Keynes rules because he offers a third way between socialist revolution and barbarism: ie, the end of civilisation, as we (actually the bourgeois like Keynes) know it. In the 1920s and 1930s, Keynes feared that the ‘civilised world’ faced Marxist revolution or fascist dictatorship. But socialism, as an alternative to the capitalism of the great depression, could well bring down ‘civilisation’, delivering instead ‘barbarism’ - the end of a better world, the collapse of technology and the rule of law, more wars, etc. So he aimed to offer the hope that, through some modest fixing of “liberal capitalism”, it would be possible to make capitalism work without the need for socialist revolution. There would be no need to go where the angels of ‘civilisation’ fear to tread. That was the Keynesian narrative.
This appealed (and still appeals) to the leaders of the labour movement and ‘liberals’ wanting change. Revolution was risky and we could all go down with it. According to Mann, “the left wants democracy without populism, it wants transformational politics without the risks of transformation; it wants revolution without revolutionaries” (p21).
This fear of revolution, Mann reckons, was first exhibited after the French revolution. That great experiment in bourgeois democracy turned into Robespierre and the terror; democracy turned into dictatorship and barbarism - or so the bourgeois myth goes. Keynesian economics offers a way out of the 1930s depression, or the long depression now, without socialism. It is the third way between the status quo of rapacious markets, austerity, inequality, poverty and crises and the alternative of social revolution that may lead to Stalin, Mao, Castro, Pol Pot and Kim Jong-Un. It is such an attractive ‘third way’ Mann professes that it even appeals to him as an alternative to the risk that revolution will go wrong (see his last chapter, where Marx is portrayed as the Dr Jekyll of hope and Keynes as the Mr Hyde of fear).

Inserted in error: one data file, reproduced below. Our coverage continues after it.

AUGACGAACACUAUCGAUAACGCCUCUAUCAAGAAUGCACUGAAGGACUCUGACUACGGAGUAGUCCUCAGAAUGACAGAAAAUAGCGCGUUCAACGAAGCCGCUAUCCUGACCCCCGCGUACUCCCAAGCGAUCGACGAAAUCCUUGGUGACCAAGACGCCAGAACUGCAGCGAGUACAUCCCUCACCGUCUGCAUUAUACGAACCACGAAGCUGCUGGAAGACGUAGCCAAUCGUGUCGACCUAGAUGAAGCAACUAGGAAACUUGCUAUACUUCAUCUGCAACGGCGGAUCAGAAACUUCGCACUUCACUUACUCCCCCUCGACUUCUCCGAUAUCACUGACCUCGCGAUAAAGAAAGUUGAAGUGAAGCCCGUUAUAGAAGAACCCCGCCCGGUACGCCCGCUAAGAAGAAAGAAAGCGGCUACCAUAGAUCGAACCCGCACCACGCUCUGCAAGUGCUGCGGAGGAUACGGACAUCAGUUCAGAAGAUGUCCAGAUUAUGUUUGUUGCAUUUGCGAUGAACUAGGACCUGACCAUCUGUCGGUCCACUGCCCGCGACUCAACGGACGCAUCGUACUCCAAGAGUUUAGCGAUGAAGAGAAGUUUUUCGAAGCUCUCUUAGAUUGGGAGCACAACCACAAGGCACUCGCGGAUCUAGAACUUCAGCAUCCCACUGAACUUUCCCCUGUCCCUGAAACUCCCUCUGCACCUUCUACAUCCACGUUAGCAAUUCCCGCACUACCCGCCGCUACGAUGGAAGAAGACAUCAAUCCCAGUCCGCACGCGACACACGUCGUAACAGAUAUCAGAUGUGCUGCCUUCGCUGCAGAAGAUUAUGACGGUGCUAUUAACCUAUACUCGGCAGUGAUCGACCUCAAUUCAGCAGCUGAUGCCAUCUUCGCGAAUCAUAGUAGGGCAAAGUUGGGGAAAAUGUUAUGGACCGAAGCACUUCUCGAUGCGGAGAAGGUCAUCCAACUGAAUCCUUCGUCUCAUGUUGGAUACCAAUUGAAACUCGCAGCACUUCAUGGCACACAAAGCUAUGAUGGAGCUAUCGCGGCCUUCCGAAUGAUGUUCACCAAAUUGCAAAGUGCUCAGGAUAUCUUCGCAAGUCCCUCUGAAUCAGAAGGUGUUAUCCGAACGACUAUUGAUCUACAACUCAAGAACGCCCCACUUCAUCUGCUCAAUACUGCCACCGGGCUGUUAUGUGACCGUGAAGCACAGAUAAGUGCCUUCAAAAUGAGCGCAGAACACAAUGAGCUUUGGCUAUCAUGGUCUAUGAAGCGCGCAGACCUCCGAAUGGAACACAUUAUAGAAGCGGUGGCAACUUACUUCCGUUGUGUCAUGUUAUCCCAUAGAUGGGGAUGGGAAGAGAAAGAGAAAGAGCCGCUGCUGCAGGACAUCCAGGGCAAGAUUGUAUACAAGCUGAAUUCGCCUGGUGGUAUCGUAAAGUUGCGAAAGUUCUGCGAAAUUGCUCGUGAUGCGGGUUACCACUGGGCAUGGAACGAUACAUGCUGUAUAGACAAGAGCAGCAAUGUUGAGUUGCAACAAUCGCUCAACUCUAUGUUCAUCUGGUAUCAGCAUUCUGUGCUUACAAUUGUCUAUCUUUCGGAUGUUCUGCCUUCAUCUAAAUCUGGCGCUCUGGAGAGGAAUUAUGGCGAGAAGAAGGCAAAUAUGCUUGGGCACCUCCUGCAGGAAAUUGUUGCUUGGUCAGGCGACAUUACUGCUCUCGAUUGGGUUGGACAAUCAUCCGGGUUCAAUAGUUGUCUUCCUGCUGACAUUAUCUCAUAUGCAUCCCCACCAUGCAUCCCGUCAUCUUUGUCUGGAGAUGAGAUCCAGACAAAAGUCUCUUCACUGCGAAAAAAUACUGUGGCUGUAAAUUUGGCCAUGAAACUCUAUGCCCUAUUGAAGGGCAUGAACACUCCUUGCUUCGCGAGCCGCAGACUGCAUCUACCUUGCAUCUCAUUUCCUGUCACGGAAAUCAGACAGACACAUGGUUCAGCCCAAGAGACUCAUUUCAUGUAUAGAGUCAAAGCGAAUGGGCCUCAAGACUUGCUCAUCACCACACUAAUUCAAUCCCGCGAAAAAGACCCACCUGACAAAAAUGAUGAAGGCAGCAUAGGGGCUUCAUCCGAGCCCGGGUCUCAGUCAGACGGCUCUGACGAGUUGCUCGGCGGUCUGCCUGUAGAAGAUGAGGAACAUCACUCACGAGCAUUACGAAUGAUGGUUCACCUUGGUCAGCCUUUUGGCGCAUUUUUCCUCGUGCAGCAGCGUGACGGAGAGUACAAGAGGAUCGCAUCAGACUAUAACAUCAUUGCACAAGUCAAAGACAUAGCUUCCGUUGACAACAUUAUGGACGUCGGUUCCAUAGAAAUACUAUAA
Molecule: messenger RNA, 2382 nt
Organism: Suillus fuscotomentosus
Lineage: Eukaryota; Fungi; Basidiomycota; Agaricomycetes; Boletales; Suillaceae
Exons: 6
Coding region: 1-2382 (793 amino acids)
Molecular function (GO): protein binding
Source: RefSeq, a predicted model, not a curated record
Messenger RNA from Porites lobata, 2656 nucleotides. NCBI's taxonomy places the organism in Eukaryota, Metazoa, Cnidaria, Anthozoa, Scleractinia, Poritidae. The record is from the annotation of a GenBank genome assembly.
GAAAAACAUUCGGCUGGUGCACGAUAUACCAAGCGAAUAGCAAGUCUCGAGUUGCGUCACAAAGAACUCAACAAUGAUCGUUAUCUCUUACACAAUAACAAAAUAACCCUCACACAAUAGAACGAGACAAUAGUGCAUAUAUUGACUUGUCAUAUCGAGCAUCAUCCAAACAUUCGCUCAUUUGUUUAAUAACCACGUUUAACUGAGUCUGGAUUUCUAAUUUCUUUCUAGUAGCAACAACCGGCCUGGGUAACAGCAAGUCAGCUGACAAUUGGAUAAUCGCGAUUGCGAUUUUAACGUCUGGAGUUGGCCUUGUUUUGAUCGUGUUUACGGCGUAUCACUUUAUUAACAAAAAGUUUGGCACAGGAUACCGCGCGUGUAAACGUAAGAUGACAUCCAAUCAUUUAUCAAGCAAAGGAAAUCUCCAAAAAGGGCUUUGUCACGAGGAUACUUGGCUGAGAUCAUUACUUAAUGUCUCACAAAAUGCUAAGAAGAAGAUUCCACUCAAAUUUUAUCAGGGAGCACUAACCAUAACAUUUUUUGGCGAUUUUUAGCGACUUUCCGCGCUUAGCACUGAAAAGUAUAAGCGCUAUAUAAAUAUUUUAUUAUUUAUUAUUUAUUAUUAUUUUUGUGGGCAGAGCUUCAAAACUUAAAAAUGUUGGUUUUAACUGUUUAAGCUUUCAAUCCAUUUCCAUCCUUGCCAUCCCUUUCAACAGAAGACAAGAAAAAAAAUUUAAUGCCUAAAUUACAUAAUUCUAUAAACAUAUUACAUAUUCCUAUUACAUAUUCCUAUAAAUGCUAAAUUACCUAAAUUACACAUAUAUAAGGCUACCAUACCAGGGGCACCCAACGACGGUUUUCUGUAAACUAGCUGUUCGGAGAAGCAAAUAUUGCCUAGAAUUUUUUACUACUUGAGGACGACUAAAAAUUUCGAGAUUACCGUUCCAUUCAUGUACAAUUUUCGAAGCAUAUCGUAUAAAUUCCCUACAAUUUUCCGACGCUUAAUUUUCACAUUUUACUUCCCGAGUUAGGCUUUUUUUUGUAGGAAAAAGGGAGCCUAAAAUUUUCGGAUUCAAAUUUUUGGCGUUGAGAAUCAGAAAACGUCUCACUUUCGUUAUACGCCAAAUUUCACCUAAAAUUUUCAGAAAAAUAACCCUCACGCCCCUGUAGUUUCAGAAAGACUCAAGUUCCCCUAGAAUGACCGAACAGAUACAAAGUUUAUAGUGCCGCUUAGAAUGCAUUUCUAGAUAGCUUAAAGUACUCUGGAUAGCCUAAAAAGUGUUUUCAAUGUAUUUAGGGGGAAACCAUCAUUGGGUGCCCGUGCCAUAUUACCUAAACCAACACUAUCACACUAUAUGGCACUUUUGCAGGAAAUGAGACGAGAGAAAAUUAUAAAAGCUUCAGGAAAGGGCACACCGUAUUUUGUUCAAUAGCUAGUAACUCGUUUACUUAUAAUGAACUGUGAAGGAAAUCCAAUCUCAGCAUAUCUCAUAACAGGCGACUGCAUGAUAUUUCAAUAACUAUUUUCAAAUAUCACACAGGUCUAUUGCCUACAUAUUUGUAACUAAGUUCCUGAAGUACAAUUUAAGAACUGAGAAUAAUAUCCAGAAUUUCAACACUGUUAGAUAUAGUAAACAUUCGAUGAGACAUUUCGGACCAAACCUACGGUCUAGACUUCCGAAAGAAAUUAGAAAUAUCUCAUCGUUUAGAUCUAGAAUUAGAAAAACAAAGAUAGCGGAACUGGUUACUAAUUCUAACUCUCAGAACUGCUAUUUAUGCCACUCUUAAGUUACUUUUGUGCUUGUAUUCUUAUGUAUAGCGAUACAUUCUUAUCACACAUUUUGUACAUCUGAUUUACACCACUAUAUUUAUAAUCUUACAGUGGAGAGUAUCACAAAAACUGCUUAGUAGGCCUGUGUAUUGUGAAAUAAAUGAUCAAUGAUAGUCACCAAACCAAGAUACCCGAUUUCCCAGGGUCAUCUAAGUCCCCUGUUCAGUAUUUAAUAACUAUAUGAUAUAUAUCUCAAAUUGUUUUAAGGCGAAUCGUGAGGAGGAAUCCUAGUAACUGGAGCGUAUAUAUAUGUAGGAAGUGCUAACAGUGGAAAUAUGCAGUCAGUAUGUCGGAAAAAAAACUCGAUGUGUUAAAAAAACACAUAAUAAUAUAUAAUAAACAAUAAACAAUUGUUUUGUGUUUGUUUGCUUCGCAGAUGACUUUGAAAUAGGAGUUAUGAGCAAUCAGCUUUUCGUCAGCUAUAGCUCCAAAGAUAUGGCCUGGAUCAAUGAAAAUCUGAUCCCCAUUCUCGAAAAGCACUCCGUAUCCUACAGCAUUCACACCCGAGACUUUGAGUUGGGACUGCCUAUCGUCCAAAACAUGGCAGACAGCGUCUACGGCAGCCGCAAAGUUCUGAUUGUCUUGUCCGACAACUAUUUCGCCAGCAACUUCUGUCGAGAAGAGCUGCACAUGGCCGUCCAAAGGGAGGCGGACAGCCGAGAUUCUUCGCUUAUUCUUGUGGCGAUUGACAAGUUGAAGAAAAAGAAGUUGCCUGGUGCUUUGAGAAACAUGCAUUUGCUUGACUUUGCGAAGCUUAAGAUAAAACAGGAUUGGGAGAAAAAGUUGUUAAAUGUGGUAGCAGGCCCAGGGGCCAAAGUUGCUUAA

As Mann puts it, Keynes reckoned that, if civilised experts (like himself) dealt with the short-run problems of economic crisis and slump, then the long-run disaster of the loss of civilisation could be avoided. The famous quote that makes the title of Mann’s book, that “in the long run we are all dead”, was about the need to act on the great depression through government intervention and not wait for the market to right itself over time, as the neoclassical (‘classical’ Keynes called it) economists and politicians thought. For
this long run is a misleading guide to current affairs. In the long run we are all dead. Economists set themselves too easy, too useless a task if in tempestuous seasons they can only tell us that, when the storm is long past, the ocean is flat again (Keynes).
You need to act on the short-term problem or it will become a long-term disaster. This is the extra meaning of the “long run” quote: deal with depression and economic crises now or civilisation itself will come under threat from revolution in the long run.
Keynes liked to consider the role of economists as similar to dentists fixing a technical problem13 of toothache in the economy (“If economists could manage to get themselves thought of as humble, competent people on a level with dentists, that would be splendid”). And modern Keynesians have likened their role as plumbers,14 fixing the leaks in the pipeline of accumulation and growth. But the real method of political economy is not that of a plumber or dentist fixing short-run problems. It is of a revolutionary social scientist (Marx), changing it for the long term. What the Marxist analysis of the capitalist mode of production reveals is that there is no ‘third way’, as Keynes and his followers would have it. Capitalism cannot deliver an end to inequality, poverty, war and a world of abundance for the common weal globally, nor can it avoid the catastrophe of environmental disaster, over the long run.
Like all bourgeois intellectuals, Keynes was an idealist. He knew that ideas only took hold if they conformed to the wishes of the ruling elite. As he put it,
Individualism and laissez-faire could not, in spite of their deep roots in the political and moral philosophies of the late 18th and early 19th centuries, have secured their lasting hold over the conduct of public affairs, if it had not been for their conformity with the needs and wishes of the business world of the day … These many elements have contributed to the current intellectual bias, the mental make-up, the orthodoxy of the day.15